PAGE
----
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23 May 2005

Athlete's foot - treatment and prevention

Anyone's who has suffered the burning and itching of athlete's foot, will be hesitant to repeat the experience. Here's how to treat and prevent it.

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Anyone's who has suffered the burning and itching of athlete's foot, will be hesitant to repeat the experience. Here's how to treat and prevent it.

Step 1. Keep your skin clean and dry at all times. Wash thoroughly with soap and water and dry the area carefully and completely. Drying your feet with a hairdryer will dry them off more effectively than when you just towel dry them. It is important to dry your feet properly in between your toes.

Step 2. Wear clean socks and change socks and shoes as often as necessary to keep the feet dry. Take off sports shoes and socks after exercising – don't sit around wearing them for hours afterwards, as it could create ideal circumstances for fungal infections in which to thrive. The worst thing to do is to wear a pair of sports shoes again before they have dried out properly from the last bout of exercise.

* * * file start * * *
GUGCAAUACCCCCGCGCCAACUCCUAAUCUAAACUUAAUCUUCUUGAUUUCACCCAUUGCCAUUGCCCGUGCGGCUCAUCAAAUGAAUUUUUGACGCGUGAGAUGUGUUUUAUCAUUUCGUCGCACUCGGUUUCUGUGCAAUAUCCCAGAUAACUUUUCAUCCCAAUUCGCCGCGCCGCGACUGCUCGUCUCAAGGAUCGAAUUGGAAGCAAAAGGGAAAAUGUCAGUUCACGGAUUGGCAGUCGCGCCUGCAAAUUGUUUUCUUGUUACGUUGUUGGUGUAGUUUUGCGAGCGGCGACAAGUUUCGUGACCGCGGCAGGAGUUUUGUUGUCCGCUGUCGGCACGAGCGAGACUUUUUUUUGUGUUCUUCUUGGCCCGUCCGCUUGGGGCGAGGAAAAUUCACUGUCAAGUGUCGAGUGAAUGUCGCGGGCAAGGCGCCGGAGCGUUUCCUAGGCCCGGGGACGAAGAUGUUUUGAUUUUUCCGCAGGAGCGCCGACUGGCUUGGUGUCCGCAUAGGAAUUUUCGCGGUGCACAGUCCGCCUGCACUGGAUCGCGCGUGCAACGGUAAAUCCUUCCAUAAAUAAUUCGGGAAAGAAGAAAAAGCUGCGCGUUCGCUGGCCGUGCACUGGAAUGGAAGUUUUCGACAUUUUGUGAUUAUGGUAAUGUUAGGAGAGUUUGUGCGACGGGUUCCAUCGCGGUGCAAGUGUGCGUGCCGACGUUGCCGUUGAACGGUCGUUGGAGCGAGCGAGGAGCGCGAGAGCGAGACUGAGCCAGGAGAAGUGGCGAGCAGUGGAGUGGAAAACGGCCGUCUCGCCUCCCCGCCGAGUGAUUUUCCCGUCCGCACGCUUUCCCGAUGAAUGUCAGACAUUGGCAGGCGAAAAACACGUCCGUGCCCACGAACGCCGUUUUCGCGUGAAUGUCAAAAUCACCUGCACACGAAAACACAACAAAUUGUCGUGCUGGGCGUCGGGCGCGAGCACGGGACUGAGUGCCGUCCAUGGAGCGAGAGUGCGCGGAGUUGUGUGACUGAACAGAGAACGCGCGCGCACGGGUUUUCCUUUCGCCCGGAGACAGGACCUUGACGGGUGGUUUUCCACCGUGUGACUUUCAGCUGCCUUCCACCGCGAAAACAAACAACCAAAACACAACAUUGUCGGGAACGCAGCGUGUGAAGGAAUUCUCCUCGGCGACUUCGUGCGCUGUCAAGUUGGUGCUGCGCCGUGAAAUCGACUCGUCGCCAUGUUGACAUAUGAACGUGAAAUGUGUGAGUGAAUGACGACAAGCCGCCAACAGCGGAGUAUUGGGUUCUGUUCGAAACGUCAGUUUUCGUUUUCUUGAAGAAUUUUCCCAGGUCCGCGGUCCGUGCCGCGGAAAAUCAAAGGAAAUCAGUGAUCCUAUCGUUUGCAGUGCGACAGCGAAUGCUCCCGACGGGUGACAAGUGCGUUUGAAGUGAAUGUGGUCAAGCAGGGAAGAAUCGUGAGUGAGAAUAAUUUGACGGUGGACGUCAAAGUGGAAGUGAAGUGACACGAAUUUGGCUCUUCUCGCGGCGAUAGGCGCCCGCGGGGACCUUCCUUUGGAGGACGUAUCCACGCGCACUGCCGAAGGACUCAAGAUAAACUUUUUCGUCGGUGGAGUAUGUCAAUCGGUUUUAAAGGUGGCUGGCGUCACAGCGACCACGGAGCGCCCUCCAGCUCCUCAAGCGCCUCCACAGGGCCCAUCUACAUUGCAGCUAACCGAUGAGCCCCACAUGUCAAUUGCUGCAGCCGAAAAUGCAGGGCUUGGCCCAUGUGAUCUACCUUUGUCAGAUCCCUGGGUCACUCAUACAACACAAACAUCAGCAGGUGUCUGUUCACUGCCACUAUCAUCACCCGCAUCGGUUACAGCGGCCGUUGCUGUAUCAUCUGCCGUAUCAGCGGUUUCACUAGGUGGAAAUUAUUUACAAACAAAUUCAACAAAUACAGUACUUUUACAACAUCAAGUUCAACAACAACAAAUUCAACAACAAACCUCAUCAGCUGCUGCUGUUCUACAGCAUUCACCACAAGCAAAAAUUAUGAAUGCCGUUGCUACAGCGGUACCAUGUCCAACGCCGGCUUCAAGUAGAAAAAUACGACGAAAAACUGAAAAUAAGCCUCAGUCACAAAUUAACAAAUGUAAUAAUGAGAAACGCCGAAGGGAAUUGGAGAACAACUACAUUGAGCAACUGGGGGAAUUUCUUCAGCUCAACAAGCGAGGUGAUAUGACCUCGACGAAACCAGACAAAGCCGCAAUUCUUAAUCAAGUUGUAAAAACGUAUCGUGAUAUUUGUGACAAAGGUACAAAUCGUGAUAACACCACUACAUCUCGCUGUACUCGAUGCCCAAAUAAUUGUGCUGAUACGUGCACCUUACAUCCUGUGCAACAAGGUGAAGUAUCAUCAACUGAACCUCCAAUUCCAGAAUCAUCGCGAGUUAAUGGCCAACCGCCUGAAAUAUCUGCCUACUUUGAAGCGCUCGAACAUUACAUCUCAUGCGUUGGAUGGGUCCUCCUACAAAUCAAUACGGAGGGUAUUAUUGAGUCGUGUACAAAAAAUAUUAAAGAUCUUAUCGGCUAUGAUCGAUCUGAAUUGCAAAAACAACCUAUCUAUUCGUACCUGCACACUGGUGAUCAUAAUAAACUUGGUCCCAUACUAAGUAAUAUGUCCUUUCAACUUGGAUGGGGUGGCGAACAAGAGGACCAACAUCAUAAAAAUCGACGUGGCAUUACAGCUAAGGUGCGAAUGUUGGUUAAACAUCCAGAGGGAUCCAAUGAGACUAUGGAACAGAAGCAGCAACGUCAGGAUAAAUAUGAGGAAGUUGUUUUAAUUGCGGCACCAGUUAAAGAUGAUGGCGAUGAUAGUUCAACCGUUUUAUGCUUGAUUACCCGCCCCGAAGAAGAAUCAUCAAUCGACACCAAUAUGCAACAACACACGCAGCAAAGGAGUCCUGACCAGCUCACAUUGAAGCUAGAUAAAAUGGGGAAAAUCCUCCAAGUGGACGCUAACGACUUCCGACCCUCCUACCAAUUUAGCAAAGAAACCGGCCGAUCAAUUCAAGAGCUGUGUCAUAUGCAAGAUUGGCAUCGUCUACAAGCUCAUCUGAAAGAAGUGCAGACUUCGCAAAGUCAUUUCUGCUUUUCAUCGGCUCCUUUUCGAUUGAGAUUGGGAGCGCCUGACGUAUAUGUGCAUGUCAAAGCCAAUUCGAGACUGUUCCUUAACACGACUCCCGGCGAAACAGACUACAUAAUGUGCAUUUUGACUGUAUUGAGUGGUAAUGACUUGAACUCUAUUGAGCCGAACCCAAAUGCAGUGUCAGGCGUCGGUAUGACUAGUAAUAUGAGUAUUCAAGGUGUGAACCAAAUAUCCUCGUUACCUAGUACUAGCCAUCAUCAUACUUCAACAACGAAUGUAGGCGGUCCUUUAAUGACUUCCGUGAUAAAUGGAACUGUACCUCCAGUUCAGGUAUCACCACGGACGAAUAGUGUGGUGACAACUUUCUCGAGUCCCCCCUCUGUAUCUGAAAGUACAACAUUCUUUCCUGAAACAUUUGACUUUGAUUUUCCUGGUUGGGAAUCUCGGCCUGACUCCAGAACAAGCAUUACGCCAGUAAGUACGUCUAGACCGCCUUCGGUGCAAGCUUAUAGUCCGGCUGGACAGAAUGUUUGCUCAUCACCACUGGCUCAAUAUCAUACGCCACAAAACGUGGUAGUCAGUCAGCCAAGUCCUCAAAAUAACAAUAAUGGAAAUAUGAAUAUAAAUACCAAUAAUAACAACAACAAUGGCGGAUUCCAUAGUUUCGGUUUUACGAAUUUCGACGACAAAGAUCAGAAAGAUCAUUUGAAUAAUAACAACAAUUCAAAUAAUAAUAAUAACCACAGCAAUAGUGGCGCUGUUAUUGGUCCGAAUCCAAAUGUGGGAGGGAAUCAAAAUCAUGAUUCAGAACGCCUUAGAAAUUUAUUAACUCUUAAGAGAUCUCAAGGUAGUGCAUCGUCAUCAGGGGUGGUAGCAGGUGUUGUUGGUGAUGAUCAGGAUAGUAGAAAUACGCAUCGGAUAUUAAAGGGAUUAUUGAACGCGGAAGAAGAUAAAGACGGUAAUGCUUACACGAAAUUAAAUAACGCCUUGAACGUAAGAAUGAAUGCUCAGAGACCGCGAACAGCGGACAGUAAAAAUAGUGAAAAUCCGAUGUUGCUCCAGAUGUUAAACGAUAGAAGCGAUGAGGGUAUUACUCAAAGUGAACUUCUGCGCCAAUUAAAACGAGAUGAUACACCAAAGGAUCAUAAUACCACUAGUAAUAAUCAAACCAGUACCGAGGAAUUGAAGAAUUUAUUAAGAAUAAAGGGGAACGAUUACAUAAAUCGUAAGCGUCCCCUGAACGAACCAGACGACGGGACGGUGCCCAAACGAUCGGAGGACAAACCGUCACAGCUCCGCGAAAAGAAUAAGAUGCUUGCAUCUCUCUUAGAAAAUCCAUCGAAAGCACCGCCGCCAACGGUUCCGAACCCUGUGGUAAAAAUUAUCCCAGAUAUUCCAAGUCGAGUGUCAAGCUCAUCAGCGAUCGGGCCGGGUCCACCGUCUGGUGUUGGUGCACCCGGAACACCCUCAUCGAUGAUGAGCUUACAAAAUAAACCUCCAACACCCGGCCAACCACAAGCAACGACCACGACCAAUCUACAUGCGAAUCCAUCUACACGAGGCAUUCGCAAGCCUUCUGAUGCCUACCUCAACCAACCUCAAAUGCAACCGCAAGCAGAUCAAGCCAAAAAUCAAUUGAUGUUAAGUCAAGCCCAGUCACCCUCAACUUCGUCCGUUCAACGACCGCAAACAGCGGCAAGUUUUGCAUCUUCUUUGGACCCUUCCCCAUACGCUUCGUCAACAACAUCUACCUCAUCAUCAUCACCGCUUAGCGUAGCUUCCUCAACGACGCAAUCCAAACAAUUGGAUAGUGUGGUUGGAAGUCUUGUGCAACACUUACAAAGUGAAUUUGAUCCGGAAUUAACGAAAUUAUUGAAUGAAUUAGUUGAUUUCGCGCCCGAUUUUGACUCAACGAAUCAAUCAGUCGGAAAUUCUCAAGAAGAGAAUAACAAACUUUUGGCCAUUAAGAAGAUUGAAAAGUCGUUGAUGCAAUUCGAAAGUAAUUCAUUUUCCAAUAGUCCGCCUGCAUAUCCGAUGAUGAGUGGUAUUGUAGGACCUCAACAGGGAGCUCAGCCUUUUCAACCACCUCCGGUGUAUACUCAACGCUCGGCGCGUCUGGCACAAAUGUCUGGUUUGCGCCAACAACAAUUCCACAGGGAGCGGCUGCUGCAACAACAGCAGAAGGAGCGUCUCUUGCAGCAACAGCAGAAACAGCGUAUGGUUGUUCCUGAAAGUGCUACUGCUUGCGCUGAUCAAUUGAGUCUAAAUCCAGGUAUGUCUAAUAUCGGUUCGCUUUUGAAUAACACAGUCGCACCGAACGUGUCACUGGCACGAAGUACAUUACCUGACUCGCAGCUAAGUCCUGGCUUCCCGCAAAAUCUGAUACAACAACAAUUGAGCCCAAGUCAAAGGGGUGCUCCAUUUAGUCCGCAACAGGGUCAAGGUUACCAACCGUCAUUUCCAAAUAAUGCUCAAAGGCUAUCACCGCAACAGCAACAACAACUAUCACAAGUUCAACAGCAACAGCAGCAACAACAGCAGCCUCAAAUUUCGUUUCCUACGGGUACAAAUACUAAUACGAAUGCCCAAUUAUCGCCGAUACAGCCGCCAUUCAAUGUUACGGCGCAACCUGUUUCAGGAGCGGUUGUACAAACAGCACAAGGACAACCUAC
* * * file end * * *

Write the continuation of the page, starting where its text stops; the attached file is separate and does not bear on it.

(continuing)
Step 3.
If you have itching and burning on your feet, you may have athlete's foot. The affected area may appear red and scaly. This is very uncomfortable, but fortunately not very difficult to treat. However, it can easily recur, so it's probably best to take steps to prevent this from happening.

Step 4. Topical over-the-counter antifungal powders or creams, such as those that contain miconazole or clotrimazole, may be used to control the infection. Infections can recur, so be on the lookout for symptoms. It is important to follow instructions on the leaflets carefully.

Step 5. If the infection persists, your health care provider may give you oral antifungal medications. Other topical antifungal medications, such as ketoconazole or terbafine, may be needed. Antibiotics may be needed to treat secondary bacterial infections.

 
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